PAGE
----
Cable actuated brakes can work fine just get really high quality polished stainless cables and compressionless housing and good stiff brake shoes and pads with a good compound. I like Jagwire for their cable kits and Kool or SwissStop for the pads and shoes. Many bikes are going towards disc brakes these days but a rim brake will work my road bike happens to have eeBrakes and they stop fantastically but they are also quite expensive but make up for it in extreme lightness and good power and modulation and a nice look.

In terms of internal routing, it looks clean but doesn't necessarily provide a benefit beyond that. It is certainly tougher on a lot of older frames but more new frames are coming set up for internal routing properly so there are guides so it is less work but the external stuff will almost always be easier to deal with. It comes down to what you want to do and deal with or have your local shop deal with.
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Old 06-05-23, 11:54 AM
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Thanks for the information! I've tried to roughly estimate how much the things I'd like to build the bike with in total come up to and thought it will be in the range of about 1500-2000 dollars, does that seem unrealistic? I know that there are bikes f.e. by Orbea which pretty much have everything I'm looking for but I'd love to ride around with something unique that I've created if that makes sense? I'm also aware that I don't really have the skillset (atleast yet) to fully be able to do it myself, my girlfriend reminds me of that everytime I talk about my project lol, but I hope I can make it work with all the great videos on youtube out there, some nice people on here maybe helping me out if I'm stuck or my local bike shop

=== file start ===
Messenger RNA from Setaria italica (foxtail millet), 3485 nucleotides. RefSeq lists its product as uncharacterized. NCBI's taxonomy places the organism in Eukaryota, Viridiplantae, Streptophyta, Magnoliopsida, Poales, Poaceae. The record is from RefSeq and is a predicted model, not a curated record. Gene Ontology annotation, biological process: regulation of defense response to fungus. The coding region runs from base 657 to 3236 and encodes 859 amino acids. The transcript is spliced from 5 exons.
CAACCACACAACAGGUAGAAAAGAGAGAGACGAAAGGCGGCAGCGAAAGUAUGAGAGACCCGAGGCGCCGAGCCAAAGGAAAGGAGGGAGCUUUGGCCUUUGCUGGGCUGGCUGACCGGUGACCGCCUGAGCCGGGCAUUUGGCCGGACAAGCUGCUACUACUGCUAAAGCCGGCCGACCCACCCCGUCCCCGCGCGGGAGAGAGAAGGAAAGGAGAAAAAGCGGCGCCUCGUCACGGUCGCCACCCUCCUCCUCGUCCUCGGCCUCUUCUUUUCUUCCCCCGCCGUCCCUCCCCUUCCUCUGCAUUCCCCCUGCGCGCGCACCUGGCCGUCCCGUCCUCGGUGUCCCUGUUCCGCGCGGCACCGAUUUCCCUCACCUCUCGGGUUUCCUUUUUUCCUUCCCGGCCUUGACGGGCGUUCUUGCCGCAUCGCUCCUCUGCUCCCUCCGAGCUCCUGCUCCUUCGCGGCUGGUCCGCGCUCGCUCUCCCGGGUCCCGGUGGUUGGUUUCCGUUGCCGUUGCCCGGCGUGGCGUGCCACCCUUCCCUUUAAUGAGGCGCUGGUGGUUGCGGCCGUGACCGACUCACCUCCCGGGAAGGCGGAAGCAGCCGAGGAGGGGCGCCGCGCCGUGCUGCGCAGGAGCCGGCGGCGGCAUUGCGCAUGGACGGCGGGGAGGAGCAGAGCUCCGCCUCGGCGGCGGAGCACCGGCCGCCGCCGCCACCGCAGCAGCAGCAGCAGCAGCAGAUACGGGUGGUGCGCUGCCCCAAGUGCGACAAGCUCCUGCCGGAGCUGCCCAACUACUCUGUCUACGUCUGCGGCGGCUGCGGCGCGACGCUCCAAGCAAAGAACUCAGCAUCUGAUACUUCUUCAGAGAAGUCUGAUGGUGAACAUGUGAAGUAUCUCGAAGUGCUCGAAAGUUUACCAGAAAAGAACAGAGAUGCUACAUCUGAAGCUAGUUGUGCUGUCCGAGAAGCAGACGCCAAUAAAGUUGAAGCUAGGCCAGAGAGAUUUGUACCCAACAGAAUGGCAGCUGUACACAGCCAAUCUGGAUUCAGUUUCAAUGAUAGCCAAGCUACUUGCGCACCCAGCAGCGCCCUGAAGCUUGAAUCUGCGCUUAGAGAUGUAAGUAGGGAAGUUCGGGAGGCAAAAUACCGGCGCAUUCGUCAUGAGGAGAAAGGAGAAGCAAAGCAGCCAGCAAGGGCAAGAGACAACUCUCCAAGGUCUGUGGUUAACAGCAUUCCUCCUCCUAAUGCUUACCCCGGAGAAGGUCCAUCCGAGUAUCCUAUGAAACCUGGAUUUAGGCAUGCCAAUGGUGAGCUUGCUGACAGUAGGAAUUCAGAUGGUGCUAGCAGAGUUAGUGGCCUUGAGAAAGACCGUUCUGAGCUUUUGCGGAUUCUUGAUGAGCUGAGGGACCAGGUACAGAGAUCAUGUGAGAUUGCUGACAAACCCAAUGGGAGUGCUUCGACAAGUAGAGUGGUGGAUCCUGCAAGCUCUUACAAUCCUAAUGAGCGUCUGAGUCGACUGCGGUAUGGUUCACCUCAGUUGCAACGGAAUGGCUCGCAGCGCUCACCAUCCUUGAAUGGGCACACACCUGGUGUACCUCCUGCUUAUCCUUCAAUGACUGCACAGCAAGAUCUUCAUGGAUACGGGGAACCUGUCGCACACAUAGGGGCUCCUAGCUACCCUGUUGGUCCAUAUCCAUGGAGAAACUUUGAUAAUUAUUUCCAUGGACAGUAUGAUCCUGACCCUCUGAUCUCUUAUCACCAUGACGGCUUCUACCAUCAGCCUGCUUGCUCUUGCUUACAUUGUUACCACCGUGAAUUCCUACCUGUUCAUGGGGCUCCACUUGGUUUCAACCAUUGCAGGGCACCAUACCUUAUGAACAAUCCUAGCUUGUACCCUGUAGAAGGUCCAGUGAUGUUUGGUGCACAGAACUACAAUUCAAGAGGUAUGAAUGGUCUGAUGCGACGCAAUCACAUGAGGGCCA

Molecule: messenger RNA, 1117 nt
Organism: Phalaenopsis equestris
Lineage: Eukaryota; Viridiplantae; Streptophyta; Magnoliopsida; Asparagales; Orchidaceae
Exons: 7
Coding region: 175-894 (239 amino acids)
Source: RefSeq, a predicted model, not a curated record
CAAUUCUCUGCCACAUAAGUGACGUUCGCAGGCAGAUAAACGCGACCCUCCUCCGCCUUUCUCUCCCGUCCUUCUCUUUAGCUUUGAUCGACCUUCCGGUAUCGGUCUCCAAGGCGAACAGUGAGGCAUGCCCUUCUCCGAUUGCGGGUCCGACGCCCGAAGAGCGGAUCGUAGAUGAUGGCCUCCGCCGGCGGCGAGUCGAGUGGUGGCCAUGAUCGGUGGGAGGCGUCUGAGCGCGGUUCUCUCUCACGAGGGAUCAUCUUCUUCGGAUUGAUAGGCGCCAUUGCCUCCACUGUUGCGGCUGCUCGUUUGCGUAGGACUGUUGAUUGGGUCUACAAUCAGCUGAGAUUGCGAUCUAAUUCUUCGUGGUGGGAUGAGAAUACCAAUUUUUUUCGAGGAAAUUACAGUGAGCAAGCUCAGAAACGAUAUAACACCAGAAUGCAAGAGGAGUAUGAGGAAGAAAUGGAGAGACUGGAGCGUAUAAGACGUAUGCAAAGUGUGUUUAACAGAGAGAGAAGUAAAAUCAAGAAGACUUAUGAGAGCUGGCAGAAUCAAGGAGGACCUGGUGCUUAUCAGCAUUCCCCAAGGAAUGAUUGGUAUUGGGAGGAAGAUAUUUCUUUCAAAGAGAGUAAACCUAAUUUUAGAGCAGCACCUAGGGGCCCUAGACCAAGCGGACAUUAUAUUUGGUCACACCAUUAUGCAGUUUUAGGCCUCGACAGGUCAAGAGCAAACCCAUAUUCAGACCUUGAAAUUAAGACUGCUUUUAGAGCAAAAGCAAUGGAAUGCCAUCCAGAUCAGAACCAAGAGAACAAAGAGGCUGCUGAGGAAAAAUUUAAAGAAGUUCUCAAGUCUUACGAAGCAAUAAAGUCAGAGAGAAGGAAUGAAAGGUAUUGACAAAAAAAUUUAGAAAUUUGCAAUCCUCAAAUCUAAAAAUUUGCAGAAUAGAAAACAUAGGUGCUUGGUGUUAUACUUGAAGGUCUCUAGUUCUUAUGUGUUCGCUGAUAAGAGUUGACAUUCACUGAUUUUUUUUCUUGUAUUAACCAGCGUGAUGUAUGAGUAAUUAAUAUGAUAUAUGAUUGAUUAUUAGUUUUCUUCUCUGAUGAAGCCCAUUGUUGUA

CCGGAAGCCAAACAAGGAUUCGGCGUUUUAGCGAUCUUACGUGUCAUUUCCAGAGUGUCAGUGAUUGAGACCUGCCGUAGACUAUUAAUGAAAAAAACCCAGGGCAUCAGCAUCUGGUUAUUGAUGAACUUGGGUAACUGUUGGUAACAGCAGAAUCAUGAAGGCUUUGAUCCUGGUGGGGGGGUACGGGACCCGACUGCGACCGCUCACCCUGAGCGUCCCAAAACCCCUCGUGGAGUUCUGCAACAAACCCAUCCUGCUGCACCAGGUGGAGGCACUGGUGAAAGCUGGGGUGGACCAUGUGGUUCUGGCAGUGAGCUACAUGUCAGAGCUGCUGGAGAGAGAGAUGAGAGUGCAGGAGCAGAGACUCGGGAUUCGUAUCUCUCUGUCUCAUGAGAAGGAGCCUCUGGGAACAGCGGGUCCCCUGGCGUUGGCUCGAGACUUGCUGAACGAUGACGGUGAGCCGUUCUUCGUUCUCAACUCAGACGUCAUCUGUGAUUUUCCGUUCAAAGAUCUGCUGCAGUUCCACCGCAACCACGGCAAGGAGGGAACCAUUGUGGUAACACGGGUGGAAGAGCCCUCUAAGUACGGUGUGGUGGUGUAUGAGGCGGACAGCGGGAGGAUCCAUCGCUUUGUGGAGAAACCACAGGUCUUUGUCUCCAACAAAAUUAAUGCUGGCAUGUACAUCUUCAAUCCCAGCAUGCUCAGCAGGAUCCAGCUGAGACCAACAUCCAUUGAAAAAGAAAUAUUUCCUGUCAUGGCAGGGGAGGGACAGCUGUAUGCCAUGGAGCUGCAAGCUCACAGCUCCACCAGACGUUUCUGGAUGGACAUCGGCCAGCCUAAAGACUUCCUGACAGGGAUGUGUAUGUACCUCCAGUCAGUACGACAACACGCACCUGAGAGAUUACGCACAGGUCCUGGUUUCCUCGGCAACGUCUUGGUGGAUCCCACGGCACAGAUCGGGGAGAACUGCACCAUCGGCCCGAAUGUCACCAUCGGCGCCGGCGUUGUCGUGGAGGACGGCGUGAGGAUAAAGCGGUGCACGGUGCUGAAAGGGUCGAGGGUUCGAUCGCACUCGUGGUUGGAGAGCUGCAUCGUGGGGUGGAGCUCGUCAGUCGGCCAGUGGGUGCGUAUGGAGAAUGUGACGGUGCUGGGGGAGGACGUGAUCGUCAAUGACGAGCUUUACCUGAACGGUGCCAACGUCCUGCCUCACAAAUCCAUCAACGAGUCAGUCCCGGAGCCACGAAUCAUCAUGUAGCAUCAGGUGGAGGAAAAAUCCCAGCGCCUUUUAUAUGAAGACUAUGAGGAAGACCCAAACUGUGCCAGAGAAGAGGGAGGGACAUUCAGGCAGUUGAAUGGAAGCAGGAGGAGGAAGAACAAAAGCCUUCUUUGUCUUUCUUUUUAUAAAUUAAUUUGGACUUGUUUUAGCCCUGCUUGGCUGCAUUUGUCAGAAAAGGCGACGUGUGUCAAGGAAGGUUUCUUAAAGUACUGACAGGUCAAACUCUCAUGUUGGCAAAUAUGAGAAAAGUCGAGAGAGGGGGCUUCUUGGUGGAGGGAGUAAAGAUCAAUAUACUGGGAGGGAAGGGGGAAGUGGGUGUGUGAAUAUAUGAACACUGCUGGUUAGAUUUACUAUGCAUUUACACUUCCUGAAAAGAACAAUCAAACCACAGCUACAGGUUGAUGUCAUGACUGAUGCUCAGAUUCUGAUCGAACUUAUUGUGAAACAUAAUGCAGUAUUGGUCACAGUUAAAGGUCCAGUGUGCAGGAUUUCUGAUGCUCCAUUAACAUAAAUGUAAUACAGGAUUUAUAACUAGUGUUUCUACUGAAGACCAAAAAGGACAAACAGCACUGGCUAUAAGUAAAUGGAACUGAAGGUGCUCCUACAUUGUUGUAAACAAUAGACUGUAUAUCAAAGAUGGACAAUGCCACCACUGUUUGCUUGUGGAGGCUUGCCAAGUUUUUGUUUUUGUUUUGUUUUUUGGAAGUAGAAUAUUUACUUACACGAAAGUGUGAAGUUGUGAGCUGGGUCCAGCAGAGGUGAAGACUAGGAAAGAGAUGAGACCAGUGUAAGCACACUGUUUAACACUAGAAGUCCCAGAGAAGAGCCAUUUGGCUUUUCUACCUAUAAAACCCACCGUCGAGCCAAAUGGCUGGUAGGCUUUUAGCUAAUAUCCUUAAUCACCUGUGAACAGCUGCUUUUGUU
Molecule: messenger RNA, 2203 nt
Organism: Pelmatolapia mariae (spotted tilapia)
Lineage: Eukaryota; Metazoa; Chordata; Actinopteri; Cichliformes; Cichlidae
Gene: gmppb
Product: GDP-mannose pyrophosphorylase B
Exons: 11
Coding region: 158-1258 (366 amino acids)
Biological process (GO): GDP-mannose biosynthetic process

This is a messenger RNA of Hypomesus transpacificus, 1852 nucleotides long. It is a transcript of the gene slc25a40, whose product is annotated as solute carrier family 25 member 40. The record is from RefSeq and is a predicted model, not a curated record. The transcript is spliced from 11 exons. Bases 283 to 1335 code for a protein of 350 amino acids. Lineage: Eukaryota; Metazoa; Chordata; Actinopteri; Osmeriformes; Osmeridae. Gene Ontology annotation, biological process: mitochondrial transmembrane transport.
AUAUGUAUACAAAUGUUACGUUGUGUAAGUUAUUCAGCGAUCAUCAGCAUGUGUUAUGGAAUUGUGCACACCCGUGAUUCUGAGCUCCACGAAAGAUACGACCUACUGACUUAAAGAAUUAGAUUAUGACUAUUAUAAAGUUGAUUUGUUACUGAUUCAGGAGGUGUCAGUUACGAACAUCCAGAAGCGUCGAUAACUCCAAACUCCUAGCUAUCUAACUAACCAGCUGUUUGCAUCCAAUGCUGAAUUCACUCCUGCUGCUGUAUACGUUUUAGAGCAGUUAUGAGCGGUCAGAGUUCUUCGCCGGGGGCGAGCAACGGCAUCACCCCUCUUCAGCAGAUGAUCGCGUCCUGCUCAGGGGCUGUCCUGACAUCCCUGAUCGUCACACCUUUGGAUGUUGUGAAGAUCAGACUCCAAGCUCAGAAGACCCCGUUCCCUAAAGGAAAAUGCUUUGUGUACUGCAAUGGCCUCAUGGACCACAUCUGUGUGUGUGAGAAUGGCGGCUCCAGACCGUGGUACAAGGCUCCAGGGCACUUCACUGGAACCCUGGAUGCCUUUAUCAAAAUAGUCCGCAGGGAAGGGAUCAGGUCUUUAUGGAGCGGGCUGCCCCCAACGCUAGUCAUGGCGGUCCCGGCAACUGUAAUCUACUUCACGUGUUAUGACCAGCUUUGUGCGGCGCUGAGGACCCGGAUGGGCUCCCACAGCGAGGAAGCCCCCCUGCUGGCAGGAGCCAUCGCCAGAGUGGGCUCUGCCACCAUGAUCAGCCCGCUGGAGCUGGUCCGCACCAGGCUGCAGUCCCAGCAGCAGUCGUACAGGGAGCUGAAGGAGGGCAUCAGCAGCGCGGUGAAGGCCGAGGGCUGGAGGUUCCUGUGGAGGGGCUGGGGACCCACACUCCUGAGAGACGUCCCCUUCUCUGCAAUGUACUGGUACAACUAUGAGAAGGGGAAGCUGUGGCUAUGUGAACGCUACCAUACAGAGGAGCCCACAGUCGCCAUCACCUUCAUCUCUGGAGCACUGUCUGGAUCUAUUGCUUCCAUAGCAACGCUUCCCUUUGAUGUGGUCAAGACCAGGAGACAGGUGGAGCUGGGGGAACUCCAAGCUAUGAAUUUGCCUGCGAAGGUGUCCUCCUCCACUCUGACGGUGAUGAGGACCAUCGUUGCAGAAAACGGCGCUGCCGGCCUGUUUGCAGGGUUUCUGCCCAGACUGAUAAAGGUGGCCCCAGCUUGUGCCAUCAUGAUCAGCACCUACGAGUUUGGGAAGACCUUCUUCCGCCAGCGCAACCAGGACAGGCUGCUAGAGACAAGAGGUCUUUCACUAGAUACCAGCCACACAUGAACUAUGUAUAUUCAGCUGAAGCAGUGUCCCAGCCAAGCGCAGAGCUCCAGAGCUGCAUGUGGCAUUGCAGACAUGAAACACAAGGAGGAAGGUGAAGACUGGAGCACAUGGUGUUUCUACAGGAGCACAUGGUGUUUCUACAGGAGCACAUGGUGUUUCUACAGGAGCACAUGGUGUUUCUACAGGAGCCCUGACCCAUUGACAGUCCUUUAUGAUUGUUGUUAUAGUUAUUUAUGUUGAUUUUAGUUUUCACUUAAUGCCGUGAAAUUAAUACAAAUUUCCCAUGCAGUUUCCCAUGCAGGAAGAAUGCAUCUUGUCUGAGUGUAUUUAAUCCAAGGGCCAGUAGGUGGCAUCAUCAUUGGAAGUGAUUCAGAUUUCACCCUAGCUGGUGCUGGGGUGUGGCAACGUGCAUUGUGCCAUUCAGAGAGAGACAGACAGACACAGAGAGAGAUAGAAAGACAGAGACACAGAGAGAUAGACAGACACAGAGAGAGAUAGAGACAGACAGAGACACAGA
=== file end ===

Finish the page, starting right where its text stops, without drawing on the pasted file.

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Old 06-05-23, 12:36 PM
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Originally Posted by julianf
Thanks for the information! I've tried to roughly estimate how much the things I'd like to build the bike with in total come up to and thought it will be in the range of about 1500-2000 dollars, does that seem unrealistic? I know that there are bikes f.e. by Orbea which pretty much have everything I'm looking for but I'd love to ride around with something unique that I've created if that makes sense? I'm also aware that I don't really have the skillset (atleast yet) to fully be able to do it myself, my girlfriend reminds me of that everytime I talk about my project lol, but I hope I can make it work with all the great videos on youtube out there, some nice people on here maybe helping me out if I'm stuck or my local bike shop
In that sense go for the Orbea. You will get more bike for the lower budget. If you have a bunch of good parts then that budget is great but if you are going to be buying most of your parts you might not get anywhere close to what you want. The reason to build from the frame up is because maybe they don't have have you are looking for.

Plus with the Orbea you do get the chance to hopefully test ride it and the bike will already be built and ready to go.